Kampong Ayer, Brunei’s Stilted Houses

Kampong Ayer stilted village, Bandar Seri Begawan

photography by: Bernard Spragg/ Wikimedia Commons

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In the heart of Brunei’s capital city, Bandar Seri Begawan, there is a unique and sprawling settlement that has no roads, no pavements and nothing beneath it except for water. With a history that dates back over a thousand years, Kampong Ayer (“Water Village”) is known as the largest floating village in the world. Throughout the winding canals, deceivingly decrepit-looking houses and modern suburban-style homes, the lifestyle of the inhabitants is far from typical, replete with fascinating quirks as well as some disquieting dangers.

Origins and History

Situated on the Brunei River, Kampong Ayer is just a quick boat ride away from the bustling center of Bandar Seri Begawan, the country’s capital. Historians believe that the settlement was formed by Bajau sea nomads over a thousand years ago, eventually becoming the primary port of the Bruneian Empire and its capital from the 15th to 18th centuries. One of the first Europeans to stumble upon it was Antonio Pigafetta, a Venetian scholar who was accompanying Ferdinand Magellan on his easterly journey in 1521. Pigafetta saw a vibrant society with tens of thousands of families living in wooden houses just feet above the water, leading him to dub Kampong Ayer the “Venice of the East”.


The inhabitants lived traditional lives, consisting primarily of weaving, boat building, fishing and crafting items with gold, brass, silver and iron. But all of that began to change in the 19th and 20th centuries when British imperialism began sweeping through the region. Residents of Kampong Ayer were encouraged to relocate to the mainland and take up new, modern occupations. The population and strength of the stilted settlement rapidly declined, marking the end of its heyday.

Kampong Ayer Today

Although Kampong Ayer may not be the thriving settlement it once was, it is still an integral part of Bandar Seri Begawan and the country as a whole. Today, the floating community is made up of around 42 sub-villages and has a population of around 10,000 people, split between those who continue to pursue traditional handicrafts and those who commute to the mainland for work. Many families still travel by small skiffs but now they have to contend with speedboats zooming around the waterways, ferrying visiting tourists around the aquatic maze but also providing efficient transport for both the local police force and fire brigade.


Connecting the various floating sections is a network of wooden boardwalks that stretches for a whopping 38 kilometers, linking together homes, restaurants and mosques. Despite the seemingly isolated living conditions, inhabitants have access to the internet, television and running water, just like in any other town. But, unlike other places, the stilted village poses persistent challenges and hazards.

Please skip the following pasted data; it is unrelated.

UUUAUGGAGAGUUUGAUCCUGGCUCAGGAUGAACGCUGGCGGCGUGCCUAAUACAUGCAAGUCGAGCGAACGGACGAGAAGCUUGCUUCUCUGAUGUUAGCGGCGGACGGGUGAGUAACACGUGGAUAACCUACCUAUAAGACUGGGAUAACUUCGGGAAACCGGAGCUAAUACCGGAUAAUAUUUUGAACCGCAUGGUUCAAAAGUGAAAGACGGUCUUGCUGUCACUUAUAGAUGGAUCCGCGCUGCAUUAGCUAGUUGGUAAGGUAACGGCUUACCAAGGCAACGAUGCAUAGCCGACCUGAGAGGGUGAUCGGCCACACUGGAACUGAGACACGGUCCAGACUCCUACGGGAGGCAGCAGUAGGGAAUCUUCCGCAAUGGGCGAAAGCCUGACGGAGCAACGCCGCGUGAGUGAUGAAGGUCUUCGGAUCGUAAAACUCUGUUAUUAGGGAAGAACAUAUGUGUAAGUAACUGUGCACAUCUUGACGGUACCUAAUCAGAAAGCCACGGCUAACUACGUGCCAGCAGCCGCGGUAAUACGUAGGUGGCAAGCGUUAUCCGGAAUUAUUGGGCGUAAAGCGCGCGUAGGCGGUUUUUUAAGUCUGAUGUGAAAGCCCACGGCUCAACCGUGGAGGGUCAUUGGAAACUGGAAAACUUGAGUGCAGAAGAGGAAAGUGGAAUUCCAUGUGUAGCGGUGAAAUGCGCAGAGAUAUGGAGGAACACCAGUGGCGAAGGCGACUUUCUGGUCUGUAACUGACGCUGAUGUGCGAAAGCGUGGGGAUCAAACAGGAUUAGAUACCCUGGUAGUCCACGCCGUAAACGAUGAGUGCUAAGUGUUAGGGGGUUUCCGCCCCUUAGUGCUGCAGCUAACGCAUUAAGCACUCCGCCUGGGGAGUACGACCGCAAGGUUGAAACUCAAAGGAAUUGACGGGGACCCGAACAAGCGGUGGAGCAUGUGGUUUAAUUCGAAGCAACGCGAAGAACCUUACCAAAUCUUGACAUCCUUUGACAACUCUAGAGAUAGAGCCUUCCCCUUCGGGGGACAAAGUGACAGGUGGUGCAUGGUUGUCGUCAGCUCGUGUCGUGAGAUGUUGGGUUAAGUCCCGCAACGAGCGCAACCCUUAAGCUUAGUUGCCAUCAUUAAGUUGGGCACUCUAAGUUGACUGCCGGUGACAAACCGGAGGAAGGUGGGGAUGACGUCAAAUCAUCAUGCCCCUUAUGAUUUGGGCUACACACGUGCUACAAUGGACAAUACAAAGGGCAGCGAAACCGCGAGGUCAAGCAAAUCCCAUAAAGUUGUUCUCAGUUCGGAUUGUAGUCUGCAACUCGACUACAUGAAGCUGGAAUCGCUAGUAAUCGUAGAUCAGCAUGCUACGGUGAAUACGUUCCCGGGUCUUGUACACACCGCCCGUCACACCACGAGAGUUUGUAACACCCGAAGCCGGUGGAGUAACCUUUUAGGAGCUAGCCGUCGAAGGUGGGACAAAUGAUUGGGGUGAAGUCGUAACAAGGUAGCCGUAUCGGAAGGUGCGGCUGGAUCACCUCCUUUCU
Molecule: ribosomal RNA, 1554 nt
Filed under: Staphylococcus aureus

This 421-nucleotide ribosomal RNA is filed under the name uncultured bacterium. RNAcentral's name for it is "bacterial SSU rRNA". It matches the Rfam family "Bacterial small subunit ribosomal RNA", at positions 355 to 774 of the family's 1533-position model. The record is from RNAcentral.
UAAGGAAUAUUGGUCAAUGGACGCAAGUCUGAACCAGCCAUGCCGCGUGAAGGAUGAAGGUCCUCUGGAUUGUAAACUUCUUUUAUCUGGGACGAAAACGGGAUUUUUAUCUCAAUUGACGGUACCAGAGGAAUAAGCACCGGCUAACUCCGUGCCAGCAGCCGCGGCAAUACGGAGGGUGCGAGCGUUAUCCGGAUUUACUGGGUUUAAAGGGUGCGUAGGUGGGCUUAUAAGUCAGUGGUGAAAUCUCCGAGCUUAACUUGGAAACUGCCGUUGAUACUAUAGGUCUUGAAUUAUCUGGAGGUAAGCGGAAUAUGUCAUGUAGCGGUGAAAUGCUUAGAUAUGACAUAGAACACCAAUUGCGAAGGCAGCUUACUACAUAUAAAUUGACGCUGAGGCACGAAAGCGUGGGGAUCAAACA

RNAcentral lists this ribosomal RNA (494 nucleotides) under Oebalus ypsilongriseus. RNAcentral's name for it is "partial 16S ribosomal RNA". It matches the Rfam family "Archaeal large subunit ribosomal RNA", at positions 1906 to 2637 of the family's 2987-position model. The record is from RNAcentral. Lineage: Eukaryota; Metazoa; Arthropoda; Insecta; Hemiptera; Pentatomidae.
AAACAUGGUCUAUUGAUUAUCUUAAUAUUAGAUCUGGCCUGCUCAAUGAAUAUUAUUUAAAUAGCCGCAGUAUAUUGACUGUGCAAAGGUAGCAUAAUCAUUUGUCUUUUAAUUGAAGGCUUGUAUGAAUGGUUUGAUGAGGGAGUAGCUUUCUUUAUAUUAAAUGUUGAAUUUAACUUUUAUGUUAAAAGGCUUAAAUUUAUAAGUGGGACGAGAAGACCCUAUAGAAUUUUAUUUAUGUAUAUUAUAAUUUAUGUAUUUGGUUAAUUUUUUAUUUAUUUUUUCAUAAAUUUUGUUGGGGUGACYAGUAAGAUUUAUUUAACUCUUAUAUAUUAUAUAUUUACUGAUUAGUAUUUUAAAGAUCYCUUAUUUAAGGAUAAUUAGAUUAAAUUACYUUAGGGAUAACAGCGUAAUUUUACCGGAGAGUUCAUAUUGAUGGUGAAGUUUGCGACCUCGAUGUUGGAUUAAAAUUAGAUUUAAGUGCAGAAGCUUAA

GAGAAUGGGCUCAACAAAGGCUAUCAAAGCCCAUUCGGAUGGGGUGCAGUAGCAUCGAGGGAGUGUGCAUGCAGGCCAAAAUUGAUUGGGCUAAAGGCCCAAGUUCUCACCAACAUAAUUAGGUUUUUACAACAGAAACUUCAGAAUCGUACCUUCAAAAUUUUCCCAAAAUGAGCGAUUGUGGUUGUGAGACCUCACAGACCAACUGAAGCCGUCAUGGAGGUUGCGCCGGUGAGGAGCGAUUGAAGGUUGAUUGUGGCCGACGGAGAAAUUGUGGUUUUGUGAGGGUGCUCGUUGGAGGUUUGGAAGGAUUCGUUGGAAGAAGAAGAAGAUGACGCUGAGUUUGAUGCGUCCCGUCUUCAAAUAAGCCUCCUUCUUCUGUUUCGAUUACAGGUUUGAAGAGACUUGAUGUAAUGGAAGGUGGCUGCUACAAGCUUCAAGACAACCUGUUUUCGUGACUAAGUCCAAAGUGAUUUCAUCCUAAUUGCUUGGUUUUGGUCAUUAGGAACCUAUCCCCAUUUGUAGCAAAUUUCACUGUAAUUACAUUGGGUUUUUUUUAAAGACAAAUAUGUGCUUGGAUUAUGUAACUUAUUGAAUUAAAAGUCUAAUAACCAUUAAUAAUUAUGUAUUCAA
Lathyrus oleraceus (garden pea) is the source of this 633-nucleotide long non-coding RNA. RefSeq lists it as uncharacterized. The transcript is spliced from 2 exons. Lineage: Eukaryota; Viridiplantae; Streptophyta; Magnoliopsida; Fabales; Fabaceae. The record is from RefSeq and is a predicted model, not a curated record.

The Dangers of Life in a Floating Village

Given the extensive depopulation, lack of maintenance has led some buildings to collapse completely. Other villages have been severely affected by fires, as evidenced in 2020 when an inferno ripped through the wooden houses in one community leaving 134 people homeless. Other threats include pollution from sewage and trash disposal, affecting not just the health of residents but also the livelihoods of local fishermen. The government is actively working to combat these issues.


Yet despite these risks, the municipality has an irresistible charm – the juxtaposition of sleepy village life with the ongoing modernisation and the proximity of a large capital city makes this a great off-the-beaten-path destination for tourists.

Tourism in Kampong Ayer

There is plenty to see in Kampong Ayer beyond its colourful dwellings – from the novelty of fire stations, police stations and schools on stilts to the impressive construction of the famous green and gold DPMM Haji Al-Muhtadee Billah Mosque and the Raja Isteri Pengiran Anak Hajah Saleha cable bridge, visitors are well rewarded by their efforts to come here.


The Kampong Ayer Cultural and Tourism Gallery is also an excellent place to visit to delve into the fascinating history of this distinctive settlement.  The inauguration of the gallery by the Crown Prince himself in 2009 demonstrates Brunei’s commitment to showcasing this part of its heritage.


Getting to Kampong Ayer is easy – you can walk there from the city center and there are also buses and taxis to take you to the main jetty, in front of the Yayasan Sultan Haji Hassanal Bolkiah shopping mall.  You can then take a water taxi to explore the surreal stilted villages in your own time, marvelling at construction methods that have existed for thousands of years as you discover the Venice of the East for yourself.